The U.S. is facing a pandemic that continues to upend our daily routines and the ways we interact with our community and loved ones, all while an unprecedented hurricane season and devastating wildfires are tragically impacting many parts of the country. As September begins, so, too, does National Preparedness Month, which raises awareness about the importance of being ready for disasters and potential emergencies and the resources available to help.
Ready.gov, an official website of the U.S. Department of Homeland Security (DHS), outlines steps for financial preparedness, which can assist with the long-term challenges and financial setbacks faced by many after an emergency. These events often have the most devastating impacts on low-income communities, including people with disabilities. The Federal Emergency Management Agency (FEMA)’s Emergency Financial First Aid Kit includes checklists and forms for gathering and organizing critical financial and medical information. For people living with a disability, this may include insurance cards and information on Social Security benefits. One way to prepare for disruptions is to ensure access to information and tools offered by the Social Security Administration by signing up for an online my Social Security Account. The account can be used to request a replacement Social Security card, estimate and manage benefits and check on an application any time.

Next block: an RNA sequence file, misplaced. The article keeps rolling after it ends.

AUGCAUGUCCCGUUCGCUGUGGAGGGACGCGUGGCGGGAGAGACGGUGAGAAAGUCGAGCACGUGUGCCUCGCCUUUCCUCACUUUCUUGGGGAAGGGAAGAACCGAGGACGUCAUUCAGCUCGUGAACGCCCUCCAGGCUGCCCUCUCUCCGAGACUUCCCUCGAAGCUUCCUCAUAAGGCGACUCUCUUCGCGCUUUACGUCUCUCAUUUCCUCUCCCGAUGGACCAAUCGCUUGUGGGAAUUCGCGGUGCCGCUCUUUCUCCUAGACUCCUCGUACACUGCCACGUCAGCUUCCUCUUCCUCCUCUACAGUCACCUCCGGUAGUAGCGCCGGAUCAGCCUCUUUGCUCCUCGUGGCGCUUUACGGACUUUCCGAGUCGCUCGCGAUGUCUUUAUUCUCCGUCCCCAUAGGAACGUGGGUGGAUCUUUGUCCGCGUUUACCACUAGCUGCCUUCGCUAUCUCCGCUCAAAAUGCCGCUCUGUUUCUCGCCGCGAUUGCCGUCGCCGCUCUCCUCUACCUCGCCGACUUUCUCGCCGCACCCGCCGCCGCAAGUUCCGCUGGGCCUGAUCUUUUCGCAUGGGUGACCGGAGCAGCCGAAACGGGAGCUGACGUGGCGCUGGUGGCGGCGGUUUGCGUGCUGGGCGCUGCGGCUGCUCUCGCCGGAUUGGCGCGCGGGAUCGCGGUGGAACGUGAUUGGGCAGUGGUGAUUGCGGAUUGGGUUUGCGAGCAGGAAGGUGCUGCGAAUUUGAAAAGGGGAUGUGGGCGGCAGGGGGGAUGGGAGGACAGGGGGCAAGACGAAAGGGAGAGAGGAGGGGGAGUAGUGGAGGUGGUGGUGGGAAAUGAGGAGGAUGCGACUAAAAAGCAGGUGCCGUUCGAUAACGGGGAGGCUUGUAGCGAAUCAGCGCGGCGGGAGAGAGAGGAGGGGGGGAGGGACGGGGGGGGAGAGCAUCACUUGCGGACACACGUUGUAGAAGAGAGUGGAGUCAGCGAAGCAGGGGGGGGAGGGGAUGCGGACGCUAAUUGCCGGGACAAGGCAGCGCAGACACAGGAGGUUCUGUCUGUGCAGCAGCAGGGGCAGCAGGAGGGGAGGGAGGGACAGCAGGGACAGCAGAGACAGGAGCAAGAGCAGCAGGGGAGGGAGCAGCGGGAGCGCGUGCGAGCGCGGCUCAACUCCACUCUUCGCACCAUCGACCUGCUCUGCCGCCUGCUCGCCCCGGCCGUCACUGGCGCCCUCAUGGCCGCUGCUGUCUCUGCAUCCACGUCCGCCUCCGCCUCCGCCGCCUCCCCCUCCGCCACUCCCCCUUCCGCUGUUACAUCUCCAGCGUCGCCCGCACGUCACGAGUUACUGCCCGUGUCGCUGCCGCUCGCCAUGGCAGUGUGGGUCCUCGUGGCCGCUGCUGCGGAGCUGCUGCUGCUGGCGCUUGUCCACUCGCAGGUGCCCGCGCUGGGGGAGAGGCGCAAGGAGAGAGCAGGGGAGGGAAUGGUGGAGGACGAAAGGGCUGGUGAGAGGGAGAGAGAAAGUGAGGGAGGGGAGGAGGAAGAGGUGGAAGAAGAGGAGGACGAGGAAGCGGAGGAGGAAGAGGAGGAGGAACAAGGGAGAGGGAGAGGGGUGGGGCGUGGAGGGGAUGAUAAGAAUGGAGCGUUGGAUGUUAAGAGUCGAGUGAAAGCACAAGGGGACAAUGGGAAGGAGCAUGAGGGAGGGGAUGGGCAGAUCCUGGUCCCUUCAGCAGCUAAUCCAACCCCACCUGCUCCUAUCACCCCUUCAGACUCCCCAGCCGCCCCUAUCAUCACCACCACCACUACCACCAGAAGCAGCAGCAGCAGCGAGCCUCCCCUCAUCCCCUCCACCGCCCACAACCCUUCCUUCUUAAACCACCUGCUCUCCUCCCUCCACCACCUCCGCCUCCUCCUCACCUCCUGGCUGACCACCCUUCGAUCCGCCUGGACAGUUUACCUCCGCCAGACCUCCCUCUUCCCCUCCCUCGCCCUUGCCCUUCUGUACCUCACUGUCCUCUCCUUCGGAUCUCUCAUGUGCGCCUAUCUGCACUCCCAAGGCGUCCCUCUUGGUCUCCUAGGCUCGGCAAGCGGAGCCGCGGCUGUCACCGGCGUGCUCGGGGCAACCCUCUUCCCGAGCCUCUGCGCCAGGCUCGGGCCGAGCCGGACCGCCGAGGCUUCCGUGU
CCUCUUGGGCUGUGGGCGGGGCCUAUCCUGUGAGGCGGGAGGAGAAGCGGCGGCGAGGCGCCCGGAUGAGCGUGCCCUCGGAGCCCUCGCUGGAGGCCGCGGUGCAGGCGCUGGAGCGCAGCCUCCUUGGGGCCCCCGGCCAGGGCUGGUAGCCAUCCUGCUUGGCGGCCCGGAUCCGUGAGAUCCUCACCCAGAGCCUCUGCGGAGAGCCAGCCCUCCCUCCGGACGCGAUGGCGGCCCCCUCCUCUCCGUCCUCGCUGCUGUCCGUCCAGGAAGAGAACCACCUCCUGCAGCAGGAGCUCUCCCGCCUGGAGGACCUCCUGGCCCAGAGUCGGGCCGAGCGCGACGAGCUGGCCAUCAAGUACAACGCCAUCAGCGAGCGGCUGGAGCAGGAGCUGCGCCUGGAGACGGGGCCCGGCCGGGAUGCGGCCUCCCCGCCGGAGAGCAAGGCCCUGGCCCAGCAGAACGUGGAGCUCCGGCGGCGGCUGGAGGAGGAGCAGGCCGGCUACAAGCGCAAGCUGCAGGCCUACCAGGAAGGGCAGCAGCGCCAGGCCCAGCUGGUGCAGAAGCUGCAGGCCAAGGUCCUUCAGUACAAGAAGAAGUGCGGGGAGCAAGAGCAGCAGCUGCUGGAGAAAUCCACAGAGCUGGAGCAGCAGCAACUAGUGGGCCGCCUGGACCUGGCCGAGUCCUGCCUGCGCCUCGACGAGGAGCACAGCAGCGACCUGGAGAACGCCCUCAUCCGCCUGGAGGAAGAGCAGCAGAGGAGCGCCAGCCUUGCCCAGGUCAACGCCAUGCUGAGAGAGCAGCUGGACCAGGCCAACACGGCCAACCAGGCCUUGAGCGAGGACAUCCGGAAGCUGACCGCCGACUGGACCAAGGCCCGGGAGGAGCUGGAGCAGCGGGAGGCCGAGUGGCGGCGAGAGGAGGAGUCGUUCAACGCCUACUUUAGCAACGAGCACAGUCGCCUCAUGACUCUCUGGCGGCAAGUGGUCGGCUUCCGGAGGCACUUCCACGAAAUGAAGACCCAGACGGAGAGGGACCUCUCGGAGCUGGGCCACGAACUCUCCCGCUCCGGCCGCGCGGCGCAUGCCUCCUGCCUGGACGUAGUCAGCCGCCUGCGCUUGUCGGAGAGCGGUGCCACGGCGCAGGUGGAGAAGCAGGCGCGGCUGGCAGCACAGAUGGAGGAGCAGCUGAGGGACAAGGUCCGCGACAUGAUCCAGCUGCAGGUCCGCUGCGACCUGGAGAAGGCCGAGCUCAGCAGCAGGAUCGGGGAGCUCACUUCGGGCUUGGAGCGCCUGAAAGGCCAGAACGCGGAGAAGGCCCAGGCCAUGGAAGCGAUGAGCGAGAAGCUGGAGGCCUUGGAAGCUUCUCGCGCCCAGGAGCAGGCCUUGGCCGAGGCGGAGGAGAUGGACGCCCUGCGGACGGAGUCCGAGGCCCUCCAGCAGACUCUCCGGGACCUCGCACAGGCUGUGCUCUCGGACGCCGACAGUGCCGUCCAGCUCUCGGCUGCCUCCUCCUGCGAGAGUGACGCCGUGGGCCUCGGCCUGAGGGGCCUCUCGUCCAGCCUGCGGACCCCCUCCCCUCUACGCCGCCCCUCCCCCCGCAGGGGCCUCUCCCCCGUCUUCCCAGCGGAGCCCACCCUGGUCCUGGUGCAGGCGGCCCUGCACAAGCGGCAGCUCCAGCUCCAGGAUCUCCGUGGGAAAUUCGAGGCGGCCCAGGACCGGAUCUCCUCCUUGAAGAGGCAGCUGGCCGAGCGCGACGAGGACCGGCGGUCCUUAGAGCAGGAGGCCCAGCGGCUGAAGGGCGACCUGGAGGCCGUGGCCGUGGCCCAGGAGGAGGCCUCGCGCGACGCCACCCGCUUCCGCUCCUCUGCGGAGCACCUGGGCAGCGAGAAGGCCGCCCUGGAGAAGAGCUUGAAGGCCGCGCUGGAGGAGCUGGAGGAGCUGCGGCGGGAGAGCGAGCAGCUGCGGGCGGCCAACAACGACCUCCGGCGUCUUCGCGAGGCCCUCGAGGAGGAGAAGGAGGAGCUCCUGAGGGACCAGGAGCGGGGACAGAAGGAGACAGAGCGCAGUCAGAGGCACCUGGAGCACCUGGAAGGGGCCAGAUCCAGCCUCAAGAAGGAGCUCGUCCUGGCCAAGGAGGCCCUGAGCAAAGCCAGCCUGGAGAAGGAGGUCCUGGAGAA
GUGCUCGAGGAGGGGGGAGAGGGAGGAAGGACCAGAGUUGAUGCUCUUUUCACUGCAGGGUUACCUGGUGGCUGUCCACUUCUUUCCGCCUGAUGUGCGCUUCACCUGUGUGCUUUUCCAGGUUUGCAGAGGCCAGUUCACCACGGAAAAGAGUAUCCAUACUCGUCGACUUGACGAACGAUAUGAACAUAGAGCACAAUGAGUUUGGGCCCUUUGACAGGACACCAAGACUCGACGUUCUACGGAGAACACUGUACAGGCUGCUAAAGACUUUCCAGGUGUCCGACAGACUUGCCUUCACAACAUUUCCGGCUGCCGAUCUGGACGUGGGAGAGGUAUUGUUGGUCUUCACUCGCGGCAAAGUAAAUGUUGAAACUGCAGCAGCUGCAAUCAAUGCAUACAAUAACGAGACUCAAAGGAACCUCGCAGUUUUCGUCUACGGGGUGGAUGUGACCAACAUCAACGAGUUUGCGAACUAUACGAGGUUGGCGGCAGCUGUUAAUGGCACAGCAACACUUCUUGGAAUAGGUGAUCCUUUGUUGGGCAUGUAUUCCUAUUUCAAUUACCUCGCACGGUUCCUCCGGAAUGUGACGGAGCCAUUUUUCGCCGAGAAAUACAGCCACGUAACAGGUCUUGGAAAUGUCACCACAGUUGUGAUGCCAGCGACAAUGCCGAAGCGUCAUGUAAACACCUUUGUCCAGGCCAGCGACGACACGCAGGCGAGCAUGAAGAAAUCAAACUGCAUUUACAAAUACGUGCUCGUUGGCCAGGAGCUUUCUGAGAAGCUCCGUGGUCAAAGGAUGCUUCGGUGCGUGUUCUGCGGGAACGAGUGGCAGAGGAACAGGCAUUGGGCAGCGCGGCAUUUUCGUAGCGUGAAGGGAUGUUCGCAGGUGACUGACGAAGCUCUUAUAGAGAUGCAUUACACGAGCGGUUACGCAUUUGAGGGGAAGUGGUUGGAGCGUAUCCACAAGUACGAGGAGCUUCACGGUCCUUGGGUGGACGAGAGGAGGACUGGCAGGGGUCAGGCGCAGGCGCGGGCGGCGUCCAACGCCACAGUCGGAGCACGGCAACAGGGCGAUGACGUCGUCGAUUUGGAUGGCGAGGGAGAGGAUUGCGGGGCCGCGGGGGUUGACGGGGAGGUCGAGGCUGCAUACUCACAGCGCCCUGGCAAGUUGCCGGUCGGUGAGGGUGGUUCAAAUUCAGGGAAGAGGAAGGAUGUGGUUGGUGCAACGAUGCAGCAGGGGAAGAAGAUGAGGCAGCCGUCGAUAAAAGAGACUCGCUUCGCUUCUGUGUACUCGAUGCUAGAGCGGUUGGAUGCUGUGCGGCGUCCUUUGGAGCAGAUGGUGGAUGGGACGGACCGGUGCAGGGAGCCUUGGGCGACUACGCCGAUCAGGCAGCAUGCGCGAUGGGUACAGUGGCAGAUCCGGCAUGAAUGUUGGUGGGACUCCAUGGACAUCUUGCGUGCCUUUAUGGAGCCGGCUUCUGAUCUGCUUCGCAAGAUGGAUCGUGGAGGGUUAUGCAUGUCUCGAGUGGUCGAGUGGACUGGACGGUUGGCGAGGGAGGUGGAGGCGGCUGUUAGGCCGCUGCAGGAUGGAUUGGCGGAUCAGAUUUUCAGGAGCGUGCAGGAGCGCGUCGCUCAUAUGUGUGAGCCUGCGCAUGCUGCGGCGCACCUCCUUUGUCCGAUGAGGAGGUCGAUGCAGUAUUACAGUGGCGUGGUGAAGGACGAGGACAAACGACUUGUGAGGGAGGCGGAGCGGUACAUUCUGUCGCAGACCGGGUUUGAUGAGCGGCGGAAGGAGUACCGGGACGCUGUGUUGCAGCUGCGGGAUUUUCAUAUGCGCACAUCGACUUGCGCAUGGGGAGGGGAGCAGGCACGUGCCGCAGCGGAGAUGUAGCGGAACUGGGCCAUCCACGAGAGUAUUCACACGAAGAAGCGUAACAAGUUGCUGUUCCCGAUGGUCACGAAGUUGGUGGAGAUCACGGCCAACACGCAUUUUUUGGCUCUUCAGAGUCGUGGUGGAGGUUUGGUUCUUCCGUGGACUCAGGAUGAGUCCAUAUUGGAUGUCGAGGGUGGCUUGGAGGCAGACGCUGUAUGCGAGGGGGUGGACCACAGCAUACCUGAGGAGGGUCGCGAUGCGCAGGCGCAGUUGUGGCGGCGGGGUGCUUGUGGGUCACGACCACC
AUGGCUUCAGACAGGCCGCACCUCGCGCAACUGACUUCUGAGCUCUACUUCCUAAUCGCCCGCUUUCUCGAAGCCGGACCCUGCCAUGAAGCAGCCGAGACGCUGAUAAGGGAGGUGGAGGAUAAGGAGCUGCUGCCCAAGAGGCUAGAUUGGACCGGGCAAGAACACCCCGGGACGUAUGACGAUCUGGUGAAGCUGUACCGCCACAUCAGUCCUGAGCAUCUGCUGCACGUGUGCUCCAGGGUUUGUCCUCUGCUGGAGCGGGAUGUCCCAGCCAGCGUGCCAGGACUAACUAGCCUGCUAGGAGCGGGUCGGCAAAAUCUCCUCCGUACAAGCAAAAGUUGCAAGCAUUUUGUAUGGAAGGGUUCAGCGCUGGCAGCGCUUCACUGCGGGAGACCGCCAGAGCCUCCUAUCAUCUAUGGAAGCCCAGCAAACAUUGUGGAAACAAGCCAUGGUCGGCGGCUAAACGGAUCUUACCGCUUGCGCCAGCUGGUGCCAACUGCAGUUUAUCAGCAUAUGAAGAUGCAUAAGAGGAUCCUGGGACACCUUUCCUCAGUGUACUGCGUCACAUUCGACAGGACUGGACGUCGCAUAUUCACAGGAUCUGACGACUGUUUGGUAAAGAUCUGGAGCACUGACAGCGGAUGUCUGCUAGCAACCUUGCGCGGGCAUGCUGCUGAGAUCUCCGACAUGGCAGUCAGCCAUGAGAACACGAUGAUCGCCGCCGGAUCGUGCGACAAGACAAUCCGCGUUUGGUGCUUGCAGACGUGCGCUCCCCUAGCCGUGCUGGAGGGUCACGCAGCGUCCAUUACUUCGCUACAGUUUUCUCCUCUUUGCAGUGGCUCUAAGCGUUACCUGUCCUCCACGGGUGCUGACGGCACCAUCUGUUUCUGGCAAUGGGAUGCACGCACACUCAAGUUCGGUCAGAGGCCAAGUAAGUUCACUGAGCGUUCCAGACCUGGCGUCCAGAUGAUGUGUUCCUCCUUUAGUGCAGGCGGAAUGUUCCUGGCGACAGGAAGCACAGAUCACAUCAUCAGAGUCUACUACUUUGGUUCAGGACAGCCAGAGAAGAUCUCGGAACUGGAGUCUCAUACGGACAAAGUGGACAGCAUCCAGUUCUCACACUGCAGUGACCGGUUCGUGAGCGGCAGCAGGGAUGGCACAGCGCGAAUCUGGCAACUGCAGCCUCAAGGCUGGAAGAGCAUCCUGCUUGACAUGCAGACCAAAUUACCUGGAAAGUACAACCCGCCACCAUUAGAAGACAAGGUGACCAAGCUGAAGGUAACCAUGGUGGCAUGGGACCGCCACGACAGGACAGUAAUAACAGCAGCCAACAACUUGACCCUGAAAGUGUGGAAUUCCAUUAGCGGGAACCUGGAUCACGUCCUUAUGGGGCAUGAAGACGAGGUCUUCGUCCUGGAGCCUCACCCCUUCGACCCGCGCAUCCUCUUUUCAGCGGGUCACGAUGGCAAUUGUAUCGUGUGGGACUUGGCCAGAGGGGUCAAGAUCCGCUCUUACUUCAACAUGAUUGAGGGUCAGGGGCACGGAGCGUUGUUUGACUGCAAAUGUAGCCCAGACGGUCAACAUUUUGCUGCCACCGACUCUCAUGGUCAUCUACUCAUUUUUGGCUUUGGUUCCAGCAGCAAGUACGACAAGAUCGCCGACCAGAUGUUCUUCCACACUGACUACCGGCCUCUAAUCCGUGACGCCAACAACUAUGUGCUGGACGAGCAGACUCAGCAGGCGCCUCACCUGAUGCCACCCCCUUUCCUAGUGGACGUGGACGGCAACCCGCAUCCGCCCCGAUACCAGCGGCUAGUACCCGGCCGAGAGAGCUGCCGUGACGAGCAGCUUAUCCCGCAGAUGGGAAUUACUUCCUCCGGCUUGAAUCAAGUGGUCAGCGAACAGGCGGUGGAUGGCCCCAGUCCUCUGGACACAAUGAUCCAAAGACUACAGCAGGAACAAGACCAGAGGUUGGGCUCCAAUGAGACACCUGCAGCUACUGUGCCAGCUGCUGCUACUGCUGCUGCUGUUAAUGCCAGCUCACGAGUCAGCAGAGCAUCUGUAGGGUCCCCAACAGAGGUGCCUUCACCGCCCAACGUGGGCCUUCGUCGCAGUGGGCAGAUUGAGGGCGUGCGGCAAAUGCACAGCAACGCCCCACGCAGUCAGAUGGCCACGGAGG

While these tips are practical, planning for the unique needs of a person with a disability after a disaster requires a holistic approach that recognizes that the disability community faces barriers that hinder full participation in their communities, including access to employment and financial services, which can make managing the uncertainty of an emergency much more difficult.
National Disability Institute (NDI) offers resources to help people with disabilities become financially prepared before, during and after an emergency with tools and resources available through the Financial Resilience Center. Financial resilience is the ability to bounce back through difficult times, emerge stronger on the other side and flourish in the “new normal.” Financial Resilience Center resources include answers to frequently asked questions around housing and food, affordable health insurance, managing money and more that can help people with disabilities and their families understand how to deal with the current COVID-19 pandemic and other emergencies financially.
The full theme for the National Preparedness is “Prepare to Protect. Preparing for disasters is protecting everyone you love.” The theme serves as a reminder that one person’s level of preparedness can impact others. Explore volunteer opportunities to help your community through National Voluntary Organizations Active in Disasters (NVOAD). Access trainings, including FEMA’s You Are the Help Until Help Arrives for steps you can take to save lives until the arrival of a professional, and certifications, like the Join a Community Emergency Response Team (CERT) program to learn basic disaster response skills, medical operations and more. These and more resources to assist your community can be found on the Get Involved page at Ready.gov.
NDI collaborates with hundreds of organizations throughout the country to empower people with disabilities and their families to build a better financial future. Learn more about Who We Are.